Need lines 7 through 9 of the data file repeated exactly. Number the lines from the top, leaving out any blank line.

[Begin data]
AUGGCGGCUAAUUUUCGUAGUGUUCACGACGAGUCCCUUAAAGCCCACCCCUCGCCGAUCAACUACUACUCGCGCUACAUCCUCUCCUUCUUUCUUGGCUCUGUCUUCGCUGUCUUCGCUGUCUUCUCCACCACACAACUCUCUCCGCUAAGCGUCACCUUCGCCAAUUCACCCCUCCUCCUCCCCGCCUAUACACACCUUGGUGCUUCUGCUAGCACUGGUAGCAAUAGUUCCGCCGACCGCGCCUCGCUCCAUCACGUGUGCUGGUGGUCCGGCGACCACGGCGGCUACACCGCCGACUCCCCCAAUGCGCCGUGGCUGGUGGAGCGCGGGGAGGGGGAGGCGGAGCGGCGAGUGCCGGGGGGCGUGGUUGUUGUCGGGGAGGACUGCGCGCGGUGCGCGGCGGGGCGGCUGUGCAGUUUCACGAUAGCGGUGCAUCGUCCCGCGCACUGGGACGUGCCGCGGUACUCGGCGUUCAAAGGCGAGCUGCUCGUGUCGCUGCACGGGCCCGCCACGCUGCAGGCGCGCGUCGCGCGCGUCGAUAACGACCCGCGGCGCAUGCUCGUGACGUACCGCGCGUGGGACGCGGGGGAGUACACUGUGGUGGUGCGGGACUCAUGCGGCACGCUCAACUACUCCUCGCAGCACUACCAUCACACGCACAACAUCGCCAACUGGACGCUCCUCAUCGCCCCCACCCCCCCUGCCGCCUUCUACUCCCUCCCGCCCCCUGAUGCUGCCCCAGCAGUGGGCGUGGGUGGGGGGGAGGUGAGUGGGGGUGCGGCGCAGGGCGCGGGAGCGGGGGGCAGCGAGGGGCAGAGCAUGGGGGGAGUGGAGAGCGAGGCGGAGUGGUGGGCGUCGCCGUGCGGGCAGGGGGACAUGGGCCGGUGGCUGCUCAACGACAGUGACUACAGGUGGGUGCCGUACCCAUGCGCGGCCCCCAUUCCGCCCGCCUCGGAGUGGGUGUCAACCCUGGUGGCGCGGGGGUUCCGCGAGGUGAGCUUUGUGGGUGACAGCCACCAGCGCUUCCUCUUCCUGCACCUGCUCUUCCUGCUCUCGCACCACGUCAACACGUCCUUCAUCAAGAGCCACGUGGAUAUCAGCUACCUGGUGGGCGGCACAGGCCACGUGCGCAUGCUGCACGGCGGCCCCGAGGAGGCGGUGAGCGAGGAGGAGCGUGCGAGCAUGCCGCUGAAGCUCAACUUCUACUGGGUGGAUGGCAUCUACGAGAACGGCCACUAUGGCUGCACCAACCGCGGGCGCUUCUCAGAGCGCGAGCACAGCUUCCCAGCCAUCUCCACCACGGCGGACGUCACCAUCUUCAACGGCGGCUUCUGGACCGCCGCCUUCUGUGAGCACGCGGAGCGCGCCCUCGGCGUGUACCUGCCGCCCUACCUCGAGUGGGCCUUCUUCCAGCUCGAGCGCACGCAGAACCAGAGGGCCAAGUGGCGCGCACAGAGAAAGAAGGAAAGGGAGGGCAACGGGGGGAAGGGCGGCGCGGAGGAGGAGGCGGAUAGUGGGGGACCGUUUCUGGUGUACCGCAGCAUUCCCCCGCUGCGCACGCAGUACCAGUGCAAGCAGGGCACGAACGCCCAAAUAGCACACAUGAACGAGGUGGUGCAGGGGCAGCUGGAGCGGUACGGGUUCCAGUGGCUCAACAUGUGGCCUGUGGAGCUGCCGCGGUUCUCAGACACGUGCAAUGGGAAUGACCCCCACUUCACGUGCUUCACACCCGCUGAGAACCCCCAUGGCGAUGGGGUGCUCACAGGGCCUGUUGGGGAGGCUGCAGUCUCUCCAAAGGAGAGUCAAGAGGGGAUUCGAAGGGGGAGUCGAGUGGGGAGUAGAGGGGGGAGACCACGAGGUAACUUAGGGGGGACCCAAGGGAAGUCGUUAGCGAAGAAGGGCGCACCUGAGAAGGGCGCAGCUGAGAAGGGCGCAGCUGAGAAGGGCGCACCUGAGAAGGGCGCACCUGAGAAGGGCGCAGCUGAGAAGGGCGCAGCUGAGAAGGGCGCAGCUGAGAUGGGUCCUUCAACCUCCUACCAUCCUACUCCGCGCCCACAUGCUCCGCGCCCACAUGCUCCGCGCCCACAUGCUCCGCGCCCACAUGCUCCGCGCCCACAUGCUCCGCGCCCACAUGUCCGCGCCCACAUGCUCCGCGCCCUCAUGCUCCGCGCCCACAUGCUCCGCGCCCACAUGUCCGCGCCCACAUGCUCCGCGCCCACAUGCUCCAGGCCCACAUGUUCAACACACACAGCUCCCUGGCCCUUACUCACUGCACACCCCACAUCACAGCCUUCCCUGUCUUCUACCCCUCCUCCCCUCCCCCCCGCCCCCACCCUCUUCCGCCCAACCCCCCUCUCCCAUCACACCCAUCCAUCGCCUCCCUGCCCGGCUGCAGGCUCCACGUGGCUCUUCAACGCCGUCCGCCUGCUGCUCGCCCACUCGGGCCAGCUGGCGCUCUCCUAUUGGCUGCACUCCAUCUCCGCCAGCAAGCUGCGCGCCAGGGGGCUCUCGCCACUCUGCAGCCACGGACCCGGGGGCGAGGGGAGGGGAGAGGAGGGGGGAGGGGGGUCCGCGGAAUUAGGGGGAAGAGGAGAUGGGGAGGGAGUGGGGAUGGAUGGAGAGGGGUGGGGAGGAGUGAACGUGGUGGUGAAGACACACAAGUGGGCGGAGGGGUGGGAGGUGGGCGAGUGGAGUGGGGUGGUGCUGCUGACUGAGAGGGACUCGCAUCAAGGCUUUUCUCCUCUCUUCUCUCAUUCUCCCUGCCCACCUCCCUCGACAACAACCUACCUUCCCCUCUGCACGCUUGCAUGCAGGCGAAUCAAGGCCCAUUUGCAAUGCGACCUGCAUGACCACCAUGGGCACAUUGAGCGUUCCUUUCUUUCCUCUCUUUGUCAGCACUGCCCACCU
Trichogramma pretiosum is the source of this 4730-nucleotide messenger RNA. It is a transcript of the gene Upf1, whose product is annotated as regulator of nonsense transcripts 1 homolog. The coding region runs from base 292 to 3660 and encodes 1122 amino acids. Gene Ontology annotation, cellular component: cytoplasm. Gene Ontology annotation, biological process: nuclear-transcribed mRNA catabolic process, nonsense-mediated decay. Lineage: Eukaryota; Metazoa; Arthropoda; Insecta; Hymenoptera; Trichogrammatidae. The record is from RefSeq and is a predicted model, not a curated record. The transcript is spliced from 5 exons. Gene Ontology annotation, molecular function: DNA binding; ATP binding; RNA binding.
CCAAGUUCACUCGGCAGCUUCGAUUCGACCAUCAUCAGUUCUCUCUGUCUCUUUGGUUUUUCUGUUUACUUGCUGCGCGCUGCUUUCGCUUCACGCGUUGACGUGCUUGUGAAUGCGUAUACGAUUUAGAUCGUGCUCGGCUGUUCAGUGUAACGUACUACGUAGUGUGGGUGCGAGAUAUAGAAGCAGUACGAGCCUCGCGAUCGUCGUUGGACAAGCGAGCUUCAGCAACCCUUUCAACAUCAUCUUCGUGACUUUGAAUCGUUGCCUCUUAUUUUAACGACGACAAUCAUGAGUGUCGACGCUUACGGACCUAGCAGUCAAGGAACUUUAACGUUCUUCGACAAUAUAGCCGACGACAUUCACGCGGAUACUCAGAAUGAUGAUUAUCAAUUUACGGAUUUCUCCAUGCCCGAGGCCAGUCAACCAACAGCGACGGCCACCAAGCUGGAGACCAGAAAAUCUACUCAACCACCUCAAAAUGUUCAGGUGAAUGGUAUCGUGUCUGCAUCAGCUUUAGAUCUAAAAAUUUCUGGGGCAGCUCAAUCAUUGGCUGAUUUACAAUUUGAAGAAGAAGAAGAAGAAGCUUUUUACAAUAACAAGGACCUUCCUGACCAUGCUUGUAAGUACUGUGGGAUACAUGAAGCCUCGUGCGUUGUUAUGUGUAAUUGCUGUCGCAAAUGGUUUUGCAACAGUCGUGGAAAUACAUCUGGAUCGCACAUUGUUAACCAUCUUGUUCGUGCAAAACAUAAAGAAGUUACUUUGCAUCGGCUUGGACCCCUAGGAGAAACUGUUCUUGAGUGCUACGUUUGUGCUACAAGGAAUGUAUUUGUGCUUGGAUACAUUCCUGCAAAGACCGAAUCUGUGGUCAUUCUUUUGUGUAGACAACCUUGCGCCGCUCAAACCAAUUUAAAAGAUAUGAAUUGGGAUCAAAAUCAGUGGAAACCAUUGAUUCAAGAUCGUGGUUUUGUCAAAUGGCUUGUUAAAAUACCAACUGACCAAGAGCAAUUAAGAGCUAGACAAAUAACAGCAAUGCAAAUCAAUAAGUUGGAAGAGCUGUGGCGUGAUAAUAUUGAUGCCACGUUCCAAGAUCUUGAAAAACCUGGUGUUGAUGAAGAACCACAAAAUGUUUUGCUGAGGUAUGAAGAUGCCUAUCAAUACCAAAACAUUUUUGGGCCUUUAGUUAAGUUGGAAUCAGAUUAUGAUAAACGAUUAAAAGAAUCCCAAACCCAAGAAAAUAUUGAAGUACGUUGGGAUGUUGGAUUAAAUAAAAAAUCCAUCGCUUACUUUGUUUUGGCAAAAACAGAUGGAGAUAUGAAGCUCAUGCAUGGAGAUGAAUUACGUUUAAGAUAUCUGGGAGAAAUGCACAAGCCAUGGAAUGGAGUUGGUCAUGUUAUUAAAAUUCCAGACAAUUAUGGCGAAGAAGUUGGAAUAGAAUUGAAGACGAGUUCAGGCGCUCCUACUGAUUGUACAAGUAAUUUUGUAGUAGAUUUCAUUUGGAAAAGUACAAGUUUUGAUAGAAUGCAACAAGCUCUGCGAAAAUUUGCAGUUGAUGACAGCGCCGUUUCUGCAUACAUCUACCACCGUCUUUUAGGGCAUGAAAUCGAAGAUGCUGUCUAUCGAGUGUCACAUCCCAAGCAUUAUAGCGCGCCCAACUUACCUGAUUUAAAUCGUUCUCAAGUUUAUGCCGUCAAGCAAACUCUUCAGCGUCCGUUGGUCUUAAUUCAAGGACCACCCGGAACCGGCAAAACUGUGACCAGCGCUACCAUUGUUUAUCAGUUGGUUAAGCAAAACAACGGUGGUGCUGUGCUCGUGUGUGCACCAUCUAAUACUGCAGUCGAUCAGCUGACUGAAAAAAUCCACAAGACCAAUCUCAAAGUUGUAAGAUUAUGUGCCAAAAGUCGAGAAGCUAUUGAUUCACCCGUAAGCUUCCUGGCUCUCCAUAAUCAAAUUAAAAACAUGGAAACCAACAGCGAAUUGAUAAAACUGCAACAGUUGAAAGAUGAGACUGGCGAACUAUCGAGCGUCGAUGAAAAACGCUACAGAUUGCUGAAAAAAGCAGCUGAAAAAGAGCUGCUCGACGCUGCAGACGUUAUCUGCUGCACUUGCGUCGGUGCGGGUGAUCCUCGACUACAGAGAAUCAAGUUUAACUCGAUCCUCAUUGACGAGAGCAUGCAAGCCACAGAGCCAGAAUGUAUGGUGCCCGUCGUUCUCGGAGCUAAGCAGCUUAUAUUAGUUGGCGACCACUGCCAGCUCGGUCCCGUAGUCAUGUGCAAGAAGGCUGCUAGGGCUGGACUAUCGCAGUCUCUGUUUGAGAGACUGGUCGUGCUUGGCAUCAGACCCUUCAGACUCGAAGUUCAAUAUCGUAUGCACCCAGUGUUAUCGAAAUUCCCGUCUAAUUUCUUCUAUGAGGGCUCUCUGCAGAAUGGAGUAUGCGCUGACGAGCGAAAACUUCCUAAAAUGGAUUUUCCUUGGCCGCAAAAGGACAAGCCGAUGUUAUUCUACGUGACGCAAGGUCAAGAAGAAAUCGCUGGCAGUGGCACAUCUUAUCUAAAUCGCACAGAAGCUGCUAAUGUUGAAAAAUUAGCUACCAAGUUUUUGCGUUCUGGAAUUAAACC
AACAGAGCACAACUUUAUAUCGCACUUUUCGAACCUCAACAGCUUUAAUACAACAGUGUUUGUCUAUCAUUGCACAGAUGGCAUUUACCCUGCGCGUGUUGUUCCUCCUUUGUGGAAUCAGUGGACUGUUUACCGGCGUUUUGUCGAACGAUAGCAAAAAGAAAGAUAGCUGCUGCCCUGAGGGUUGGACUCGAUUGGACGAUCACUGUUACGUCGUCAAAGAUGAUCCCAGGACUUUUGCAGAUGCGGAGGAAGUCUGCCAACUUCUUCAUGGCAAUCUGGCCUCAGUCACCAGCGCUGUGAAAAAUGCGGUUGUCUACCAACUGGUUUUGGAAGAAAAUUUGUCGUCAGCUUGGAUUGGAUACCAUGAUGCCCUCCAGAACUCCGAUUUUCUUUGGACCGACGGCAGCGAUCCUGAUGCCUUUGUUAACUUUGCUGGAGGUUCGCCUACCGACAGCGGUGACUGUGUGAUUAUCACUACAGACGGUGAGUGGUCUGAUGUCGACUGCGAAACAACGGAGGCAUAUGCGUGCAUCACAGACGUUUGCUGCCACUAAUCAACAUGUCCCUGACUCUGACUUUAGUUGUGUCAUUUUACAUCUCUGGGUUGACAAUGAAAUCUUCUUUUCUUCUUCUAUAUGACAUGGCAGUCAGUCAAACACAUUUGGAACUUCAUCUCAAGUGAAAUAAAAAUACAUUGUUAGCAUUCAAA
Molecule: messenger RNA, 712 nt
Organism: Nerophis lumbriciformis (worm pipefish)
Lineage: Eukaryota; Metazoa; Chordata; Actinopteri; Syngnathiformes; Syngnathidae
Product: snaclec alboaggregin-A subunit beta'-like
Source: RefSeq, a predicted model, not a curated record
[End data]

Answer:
Lineage: Eukaryota; Metazoa; Chordata; Actinopteri; Syngnathiformes; Syngnathidae
Product: snaclec alboaggregin-A subunit beta'-like
Source: RefSeq, a predicted model, not a curated record